How much will it cost to boost your state pension?Get £25 per week extra -for £22,250 upfront
03 April 2014
The government has revealed how much it will cost for existing pensioners to top up their weekly state pension, six months after the scheme was announced in the 2013 Autumn Statement.
People who are already collecting their state pension will be able to increase the weekly amount they receive by making a one-off National Insurance contribution between October 2015 and April 2017.
For someone aged 65, it will cost £890 to increase your state pension by £1 per week. To boost it to £25 - the maximum - it would cost £22,250.
Go further: State pension explained - find out more about what you're entitled to
State pension boost
The offer to increase your state pension comes as the government prepares for a new single-tier state pension system in 2016.
This will abolish the distinction between basic state pension and additional state pension (S2P and SERPS), replacing them with a single state pension worth £147.62 per week in today's money.
For current pensioners, basic state pension rises to £113.10 on 6 April 2014. Some receive additional state pension but many end up with less than the new single-tier pension, and will continue to receive less than those who retire after April 2016 unless they 'top-up' by making extra National Insurance contributions- specifically 'Class 3A' voluntary contributions.
Go further: Additional state pension - how the second state pension works
Class 3A National Insurance rates
Although the pension top-up scheme was announced in George Osborne's December Autumn Statement, the price to pensioners has only now been revealed.
To increase your state pension by an extra £1 per week will cost £890 if you are 65 years old. The maximum you can top-up your pension by is £25 per week, which would cost £22,250.
The cost of topping up falls as your age increases, so for a 70 year old an extra £1 per week costs £779, for a 75 year old it's £674 and for someone aged 80 it costs £544.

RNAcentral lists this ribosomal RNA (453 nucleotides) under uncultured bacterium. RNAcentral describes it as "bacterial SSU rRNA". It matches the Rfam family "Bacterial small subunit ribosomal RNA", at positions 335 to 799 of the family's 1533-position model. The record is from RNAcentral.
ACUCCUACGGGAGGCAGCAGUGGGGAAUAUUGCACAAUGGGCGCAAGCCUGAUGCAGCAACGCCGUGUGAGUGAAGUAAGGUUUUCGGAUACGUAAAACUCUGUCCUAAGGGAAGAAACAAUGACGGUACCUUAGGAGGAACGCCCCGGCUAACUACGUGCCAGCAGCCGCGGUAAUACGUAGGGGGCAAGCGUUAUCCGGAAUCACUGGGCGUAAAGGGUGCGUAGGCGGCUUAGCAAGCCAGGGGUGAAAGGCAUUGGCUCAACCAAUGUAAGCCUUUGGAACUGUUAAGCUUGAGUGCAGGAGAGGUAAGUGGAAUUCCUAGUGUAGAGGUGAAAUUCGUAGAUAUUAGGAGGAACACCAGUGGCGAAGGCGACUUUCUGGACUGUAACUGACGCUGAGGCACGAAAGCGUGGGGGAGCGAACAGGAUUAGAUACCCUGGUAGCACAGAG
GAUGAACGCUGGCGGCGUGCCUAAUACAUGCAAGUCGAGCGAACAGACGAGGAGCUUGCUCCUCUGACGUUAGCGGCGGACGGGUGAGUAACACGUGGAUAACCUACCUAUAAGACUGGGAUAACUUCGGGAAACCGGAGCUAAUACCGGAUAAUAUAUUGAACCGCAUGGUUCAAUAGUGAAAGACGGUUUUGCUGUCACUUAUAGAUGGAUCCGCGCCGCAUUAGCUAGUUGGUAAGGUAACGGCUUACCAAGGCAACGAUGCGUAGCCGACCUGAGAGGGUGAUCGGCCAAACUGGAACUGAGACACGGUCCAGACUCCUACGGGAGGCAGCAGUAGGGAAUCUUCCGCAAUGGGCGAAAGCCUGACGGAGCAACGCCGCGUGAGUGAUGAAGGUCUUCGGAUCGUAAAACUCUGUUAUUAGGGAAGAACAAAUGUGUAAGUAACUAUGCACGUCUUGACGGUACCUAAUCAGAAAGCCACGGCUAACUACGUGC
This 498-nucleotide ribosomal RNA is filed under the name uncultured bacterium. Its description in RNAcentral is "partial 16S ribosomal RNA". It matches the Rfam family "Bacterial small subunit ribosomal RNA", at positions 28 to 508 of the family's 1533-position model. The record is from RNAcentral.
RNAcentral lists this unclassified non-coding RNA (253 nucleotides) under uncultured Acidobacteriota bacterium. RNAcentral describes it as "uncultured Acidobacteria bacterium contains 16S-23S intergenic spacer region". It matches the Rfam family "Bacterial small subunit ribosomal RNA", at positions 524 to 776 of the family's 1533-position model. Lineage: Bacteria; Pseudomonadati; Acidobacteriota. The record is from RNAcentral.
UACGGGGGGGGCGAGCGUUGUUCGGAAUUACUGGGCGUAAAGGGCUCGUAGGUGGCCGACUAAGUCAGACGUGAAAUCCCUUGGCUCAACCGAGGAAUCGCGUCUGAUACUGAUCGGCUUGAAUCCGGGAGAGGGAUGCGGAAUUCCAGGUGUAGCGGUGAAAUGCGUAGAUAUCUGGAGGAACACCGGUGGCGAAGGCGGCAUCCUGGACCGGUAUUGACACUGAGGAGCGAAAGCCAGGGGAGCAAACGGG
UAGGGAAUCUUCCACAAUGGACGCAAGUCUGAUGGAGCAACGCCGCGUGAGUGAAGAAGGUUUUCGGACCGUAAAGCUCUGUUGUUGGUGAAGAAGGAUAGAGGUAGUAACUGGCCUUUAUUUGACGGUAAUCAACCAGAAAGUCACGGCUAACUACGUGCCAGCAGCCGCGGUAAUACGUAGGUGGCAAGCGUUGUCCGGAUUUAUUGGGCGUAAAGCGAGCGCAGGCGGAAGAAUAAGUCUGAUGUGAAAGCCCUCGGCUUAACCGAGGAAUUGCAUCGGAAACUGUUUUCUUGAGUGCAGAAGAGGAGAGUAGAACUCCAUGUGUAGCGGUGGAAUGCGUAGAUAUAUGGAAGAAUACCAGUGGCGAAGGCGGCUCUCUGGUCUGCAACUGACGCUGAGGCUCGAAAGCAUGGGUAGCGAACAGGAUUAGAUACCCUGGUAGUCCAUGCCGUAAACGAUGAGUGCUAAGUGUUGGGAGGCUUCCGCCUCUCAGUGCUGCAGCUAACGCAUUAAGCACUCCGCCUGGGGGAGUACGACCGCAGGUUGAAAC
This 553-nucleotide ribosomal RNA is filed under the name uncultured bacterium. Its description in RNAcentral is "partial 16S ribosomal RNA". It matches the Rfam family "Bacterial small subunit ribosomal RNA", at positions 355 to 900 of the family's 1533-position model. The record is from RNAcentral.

Go further: National Insurance explained - get to grips with the amount you pay
Why government has introduced the top-up scheme?
Confirming details of the new scheme, Pensions Minister Steve Webb said, 'It will provide an opportunity for pensioners to improve their retirement income by obtaining inflation-proofed extra additional State Pension.
'This could be particularly beneficial to women and other groups such as self-employed people who have not done well under additional State Pensions and have not previously been able to top these up.
'The State Pension top up has been set at an actuarially fair rate that ensures that both individual contributors and the taxpayer get a fair deal.'
How the scheme compares to annuities
The published rates are actually very favourable, compared to a joint-life escalating annuity which matches the features of additional state pension. They are closer to the cost of a cheaper single-life level annuity. By making Class 3A National Insurance contributions, pensioners can therefore be seen to be getting a good deal.
Although many pensioners will welcome an opportunity to boost their retirement income, government research suggests that only one in five of those eligible are interested in paying more National Insurance. The DWP estimates that 265,000 people may take up the offer before it closes in 2016.